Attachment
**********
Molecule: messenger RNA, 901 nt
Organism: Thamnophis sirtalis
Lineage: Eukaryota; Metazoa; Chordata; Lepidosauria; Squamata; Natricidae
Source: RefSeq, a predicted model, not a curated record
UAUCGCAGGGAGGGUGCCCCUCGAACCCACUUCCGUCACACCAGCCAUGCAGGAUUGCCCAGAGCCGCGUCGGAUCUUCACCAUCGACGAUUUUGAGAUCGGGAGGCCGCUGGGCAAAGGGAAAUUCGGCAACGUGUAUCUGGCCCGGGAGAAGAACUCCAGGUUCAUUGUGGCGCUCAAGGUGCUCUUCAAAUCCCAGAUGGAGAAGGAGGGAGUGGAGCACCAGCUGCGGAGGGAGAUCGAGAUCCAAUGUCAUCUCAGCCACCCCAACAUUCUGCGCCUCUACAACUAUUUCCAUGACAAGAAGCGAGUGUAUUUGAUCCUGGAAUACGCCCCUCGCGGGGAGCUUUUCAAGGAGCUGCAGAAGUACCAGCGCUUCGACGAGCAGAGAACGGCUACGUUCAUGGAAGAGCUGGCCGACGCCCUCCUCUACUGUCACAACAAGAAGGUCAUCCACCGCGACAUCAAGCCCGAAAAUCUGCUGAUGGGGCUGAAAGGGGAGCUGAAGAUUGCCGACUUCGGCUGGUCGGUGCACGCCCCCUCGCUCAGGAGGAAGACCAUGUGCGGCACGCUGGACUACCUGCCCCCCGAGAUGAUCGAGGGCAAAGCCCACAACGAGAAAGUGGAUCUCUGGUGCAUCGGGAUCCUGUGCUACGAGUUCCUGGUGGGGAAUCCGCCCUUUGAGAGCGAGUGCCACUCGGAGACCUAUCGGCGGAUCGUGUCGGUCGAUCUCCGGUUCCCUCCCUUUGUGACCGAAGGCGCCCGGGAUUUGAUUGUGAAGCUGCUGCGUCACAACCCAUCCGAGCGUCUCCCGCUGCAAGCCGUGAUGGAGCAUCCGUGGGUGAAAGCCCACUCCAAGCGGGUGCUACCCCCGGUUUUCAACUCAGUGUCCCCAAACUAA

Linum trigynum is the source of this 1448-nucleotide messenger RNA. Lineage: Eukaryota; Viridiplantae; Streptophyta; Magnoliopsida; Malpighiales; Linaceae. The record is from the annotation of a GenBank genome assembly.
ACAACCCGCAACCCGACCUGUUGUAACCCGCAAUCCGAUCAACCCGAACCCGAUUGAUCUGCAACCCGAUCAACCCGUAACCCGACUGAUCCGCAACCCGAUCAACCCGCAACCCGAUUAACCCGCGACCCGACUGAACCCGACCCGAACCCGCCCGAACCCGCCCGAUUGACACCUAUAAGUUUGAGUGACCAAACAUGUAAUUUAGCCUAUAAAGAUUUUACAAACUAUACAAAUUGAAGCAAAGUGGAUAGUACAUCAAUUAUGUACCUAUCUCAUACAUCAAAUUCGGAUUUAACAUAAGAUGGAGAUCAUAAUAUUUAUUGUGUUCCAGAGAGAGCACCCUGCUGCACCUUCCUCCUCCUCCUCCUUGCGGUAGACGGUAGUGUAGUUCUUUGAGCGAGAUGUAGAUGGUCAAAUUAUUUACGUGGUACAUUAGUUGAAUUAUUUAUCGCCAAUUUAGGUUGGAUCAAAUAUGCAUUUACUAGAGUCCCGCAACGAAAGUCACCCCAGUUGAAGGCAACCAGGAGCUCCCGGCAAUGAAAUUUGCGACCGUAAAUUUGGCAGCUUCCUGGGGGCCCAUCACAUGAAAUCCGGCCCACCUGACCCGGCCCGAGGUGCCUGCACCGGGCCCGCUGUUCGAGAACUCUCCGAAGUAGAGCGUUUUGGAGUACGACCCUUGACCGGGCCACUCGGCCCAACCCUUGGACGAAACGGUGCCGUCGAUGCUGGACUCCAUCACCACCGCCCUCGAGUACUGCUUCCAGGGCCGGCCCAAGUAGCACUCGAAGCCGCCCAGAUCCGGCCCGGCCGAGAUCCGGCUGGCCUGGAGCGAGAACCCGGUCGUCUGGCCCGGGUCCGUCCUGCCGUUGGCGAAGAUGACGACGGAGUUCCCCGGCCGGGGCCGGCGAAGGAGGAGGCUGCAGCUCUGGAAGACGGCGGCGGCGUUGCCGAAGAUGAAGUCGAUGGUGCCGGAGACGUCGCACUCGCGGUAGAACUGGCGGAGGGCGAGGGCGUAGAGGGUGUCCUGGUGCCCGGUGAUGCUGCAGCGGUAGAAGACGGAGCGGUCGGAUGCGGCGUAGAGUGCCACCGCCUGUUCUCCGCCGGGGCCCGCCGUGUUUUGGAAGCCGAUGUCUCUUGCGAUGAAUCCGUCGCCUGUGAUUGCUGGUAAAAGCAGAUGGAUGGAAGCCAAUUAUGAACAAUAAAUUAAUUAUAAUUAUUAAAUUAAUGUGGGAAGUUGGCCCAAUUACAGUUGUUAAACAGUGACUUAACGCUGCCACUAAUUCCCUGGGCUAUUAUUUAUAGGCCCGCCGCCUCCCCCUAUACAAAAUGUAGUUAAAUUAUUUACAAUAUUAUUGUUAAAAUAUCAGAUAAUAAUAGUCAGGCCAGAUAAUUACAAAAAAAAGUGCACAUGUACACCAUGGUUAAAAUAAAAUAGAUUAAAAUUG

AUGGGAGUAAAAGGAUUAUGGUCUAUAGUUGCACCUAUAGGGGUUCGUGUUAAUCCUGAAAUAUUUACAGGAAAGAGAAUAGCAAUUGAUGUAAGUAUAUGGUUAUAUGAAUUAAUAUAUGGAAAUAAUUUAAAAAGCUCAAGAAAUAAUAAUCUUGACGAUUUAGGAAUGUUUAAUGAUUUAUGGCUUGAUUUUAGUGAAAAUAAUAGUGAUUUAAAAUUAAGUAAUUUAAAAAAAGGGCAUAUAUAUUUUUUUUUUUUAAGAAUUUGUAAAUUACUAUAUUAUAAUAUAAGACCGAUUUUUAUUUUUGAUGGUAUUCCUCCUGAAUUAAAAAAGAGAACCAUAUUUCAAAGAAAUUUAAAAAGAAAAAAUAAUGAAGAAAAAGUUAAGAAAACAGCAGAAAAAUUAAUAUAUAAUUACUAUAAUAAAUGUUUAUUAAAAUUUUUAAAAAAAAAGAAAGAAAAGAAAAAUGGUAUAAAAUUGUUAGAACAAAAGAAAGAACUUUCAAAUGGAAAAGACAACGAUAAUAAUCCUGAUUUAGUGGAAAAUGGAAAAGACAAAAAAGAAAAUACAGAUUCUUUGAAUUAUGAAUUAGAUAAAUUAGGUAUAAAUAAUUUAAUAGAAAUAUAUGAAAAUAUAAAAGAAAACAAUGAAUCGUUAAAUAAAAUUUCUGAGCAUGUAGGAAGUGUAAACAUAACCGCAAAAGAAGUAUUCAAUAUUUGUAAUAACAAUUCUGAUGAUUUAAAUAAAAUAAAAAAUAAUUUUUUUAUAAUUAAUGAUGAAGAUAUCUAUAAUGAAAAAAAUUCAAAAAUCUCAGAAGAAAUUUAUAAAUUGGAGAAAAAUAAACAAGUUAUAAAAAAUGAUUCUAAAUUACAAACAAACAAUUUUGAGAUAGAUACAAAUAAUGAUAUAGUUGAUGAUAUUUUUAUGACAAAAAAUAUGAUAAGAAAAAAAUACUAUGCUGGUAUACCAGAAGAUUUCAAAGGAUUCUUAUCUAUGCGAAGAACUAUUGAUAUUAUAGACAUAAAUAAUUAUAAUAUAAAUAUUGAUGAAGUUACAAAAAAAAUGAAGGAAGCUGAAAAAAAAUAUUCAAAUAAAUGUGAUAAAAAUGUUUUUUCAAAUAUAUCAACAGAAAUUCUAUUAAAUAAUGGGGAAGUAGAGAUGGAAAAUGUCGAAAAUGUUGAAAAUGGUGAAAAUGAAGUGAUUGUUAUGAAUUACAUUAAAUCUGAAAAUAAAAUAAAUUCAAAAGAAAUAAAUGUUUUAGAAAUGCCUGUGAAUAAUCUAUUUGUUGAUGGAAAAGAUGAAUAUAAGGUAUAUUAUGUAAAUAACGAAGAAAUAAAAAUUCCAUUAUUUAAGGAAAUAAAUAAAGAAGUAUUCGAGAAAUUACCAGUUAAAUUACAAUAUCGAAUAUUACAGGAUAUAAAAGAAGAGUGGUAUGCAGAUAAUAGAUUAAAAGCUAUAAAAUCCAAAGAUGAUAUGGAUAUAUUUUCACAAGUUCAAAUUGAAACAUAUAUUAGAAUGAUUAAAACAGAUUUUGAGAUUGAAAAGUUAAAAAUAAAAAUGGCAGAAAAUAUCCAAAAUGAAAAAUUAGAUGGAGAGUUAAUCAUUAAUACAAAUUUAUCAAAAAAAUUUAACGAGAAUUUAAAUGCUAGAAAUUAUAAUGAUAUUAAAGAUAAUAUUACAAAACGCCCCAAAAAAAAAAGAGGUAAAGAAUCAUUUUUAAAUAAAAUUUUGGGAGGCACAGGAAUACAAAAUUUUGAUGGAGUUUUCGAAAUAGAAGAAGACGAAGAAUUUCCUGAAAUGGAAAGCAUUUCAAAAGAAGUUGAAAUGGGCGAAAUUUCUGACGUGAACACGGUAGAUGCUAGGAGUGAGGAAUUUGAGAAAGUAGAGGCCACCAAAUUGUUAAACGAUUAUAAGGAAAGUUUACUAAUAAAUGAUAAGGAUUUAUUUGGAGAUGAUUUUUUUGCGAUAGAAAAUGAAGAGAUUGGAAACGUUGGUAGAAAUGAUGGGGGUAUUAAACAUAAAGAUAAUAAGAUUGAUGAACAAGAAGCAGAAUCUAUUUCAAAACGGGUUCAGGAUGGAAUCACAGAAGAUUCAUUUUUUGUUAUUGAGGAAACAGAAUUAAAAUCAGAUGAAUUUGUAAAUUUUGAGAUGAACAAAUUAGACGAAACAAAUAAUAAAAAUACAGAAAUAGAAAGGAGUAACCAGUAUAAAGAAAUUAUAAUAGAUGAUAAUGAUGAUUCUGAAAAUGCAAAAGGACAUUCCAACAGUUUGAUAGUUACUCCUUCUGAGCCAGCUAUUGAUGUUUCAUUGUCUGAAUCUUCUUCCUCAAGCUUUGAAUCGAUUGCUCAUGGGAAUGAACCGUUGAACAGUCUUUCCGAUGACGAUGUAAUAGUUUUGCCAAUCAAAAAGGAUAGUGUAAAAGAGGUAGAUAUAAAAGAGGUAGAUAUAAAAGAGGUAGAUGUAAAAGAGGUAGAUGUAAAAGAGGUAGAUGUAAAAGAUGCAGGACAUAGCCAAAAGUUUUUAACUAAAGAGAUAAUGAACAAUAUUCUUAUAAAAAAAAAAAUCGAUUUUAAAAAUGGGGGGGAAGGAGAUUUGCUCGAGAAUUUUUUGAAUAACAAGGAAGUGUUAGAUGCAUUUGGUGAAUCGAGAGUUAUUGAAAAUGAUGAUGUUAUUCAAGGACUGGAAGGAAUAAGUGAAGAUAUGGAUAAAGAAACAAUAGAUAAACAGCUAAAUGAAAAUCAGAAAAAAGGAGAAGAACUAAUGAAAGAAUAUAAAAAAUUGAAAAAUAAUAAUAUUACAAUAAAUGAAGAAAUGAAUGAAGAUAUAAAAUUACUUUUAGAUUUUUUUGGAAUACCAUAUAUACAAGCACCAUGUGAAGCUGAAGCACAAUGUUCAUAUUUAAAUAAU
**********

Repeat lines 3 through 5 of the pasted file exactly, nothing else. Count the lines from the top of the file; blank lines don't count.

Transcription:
Lineage: Eukaryota; Metazoa; Chordata; Lepidosauria; Squamata; Natricidae
Source: RefSeq, a predicted model, not a curated record
UAUCGCAGGGAGGGUGCCCCUCGAACCCACUUCCGUCACACCAGCCAUGCAGGAUUGCCCAGAGCCGCGUCGGAUCUUCACCAUCGACGAUUUUGAGAUCGGGAGGCCGCUGGGCAAAGGGAAAUUCGGCAACGUGUAUCUGGCCCGGGAGAAGAACUCCAGGUUCAUUGUGGCGCUCAAGGUGCUCUUCAAAUCCCAGAUGGAGAAGGAGGGAGUGGAGCACCAGCUGCGGAGGGAGAUCGAGAUCCAAUGUCAUCUCAGCCACCCCAACAUUCUGCGCCUCUACAACUAUUUCCAUGACAAGAAGCGAGUGUAUUUGAUCCUGGAAUACGCCCCUCGCGGGGAGCUUUUCAAGGAGCUGCAGAAGUACCAGCGCUUCGACGAGCAGAGAACGGCUACGUUCAUGGAAGAGCUGGCCGACGCCCUCCUCUACUGUCACAACAAGAAGGUCAUCCACCGCGACAUCAAGCCCGAAAAUCUGCUGAUGGGGCUGAAAGGGGAGCUGAAGAUUGCCGACUUCGGCUGGUCGGUGCACGCCCCCUCGCUCAGGAGGAAGACCAUGUGCGGCACGCUGGACUACCUGCCCCCCGAGAUGAUCGAGGGCAAAGCCCACAACGAGAAAGUGGAUCUCUGGUGCAUCGGGAUCCUGUGCUACGAGUUCCUGGUGGGGAAUCCGCCCUUUGAGAGCGAGUGCCACUCGGAGACCUAUCGGCGGAUCGUGUCGGUCGAUCUCCGGUUCCCUCCCUUUGUGACCGAAGGCGCCCGGGAUUUGAUUGUGAAGCUGCUGCGUCACAACCCAUCCGAGCGUCUCCCGCUGCAAGCCGUGAUGGAGCAUCCGUGGGUGAAAGCCCACUCCAAGCGGGUGCUACCCCCGGUUUUCAACUCAGUGUCCCCAAACUAA